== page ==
In a recent podcast our friends Allan Dougan, from the Australian Association of Maths Teachers and Dr John West who is the WA Project Officer for the University of Adelaide Math in Schools Project, and is a fly-in/fly-out numeracy consultant for Coober Pedy Area Schools in South Australia, joined us for a Texthelp Talks Podcast. The topic of discussion was “What makes a good maths lesson?”. If you missed the podcast, you can catch it on demand - the link will be at the end of this blog.
Following on from the podcast, we thought it would be helpful to explore this topic a little more. We wanted to pull together some practical suggestions for your classroom. During the podcast, Dr. John West quoted Professor Dylan William who said, "Teaching is a career that it's impossible to master in just one lifetime”. So we know that the ideal maths lesson doesn’t exist, but there are some tips and tricks you can try at your school.
1. Find a flow
No maths lesson exists alone, each lesson will form part of a bigger topic, which forms part of a bigger topic, and so on. A good maths lesson will follow on from the last and lead into the next. That way students build layers of knowledge as they go.
At the start of the lesson, you can reference what you looked at last time. You can check what students remember about the last topic, and talk about why the topic is important. If you can show what else it links to, or even better how it applies to real-life - then it will mean more to your class.
2. Have a plan
It’s important to have a plan for each lesson, the time you get with the students might be short, so you need to hit the ground running. It’s helpful to ask yourself What do I want the students to get out of this lesson? What resources will I need? Is there a practical way of showing this lesson? Can the kids get hands-on with this topic?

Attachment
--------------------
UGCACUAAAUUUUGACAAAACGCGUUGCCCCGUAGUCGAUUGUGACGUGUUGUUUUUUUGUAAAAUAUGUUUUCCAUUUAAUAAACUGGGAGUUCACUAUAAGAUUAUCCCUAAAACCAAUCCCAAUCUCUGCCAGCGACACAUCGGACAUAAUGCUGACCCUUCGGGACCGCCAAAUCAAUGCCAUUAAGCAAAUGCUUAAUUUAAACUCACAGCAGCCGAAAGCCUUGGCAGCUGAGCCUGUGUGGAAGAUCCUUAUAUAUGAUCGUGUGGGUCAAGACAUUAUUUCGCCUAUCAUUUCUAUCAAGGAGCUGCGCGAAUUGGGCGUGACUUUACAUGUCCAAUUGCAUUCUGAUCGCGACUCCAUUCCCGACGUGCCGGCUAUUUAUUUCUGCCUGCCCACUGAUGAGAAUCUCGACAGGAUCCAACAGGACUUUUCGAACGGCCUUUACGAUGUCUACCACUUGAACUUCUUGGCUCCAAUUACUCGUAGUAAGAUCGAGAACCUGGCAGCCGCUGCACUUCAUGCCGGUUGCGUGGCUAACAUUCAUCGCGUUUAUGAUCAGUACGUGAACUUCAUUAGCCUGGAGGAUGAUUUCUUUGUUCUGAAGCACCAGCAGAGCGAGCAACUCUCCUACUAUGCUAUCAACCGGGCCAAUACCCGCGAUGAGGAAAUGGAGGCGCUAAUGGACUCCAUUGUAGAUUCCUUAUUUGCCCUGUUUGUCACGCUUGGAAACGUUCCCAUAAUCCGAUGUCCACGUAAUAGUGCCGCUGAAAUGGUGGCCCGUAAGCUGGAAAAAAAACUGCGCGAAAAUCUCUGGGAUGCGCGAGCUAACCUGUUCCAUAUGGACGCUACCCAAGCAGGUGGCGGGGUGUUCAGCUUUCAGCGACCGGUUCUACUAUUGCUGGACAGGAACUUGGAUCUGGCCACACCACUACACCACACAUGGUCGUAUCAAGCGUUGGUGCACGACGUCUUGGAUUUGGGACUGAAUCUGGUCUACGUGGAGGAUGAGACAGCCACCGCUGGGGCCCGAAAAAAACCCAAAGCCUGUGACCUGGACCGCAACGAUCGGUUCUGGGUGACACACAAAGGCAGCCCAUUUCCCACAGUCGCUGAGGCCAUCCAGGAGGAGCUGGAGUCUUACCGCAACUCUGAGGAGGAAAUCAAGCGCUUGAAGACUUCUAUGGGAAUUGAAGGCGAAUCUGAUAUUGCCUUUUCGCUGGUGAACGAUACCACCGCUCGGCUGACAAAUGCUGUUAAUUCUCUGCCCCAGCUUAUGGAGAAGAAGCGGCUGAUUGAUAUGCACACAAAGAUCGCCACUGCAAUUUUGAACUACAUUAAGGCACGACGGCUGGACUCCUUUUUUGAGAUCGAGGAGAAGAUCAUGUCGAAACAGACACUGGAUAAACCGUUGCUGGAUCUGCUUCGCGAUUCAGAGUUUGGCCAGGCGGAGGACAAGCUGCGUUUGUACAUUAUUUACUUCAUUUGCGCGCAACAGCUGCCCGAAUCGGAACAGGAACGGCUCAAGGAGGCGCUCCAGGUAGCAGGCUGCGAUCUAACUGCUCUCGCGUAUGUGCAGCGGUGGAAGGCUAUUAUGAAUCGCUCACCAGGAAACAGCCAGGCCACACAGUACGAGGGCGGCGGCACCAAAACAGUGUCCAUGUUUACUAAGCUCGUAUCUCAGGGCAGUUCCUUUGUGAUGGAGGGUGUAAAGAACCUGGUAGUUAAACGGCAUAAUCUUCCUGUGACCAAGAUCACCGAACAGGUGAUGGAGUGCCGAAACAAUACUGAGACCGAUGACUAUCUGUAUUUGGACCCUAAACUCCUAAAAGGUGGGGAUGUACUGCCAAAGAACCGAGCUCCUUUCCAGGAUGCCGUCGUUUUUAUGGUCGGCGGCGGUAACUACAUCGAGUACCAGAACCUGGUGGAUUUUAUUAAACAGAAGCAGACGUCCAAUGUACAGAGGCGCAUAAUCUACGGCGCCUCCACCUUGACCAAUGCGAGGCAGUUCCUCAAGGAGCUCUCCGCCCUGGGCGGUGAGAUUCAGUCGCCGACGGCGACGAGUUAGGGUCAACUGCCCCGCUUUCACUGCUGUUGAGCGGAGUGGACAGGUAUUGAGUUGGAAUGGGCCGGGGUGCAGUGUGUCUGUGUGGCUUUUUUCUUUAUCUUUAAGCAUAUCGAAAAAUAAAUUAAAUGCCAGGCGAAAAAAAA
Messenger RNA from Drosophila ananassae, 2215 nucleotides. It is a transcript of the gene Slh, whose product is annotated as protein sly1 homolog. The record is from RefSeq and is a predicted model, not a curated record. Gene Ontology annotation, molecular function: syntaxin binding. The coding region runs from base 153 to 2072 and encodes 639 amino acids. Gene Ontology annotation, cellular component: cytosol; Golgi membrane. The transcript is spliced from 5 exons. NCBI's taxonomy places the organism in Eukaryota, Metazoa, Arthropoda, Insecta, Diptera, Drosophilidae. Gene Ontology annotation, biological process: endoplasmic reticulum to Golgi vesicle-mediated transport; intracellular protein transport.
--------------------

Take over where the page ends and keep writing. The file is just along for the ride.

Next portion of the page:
Lesson structure is important too, is there something you can show the class at the start that sparks their interest? Things like interesting images, video clips, or something from the news can all be useful starting points.
3. Too many resources, too little time
There are so many materials available to you, they could be digital or concrete tools for students to manipulate. But you have to make sure they are the right tools for the job and that they add value to your lesson. With so much choice it pays to be critical about what you use and don’t just use them because they’re available.
4. Less is more
Following on from the point above, sometimes less is more. It’s better to break topics into smaller chunks and make sure the students understand it before moving on. This is especially important when tackling more complex topics. It’s easy to overestimate what you can squeeze into a lesson. Allowing students time to think and explore a topic fully can help with deeper understanding.
5. The main course
Once the class gets into a topic this is a great time for some teamwork. Can you let your class collaborate or investigate something together? This is an effective way to let students apply what they know, and make links across the curriculum. This is also time for differentiation, if the class is working on something together this gives you time to provide 1:2:1 support to anyone that needs it. To make sure everyone is getting something from the lesson, and that all needs are met.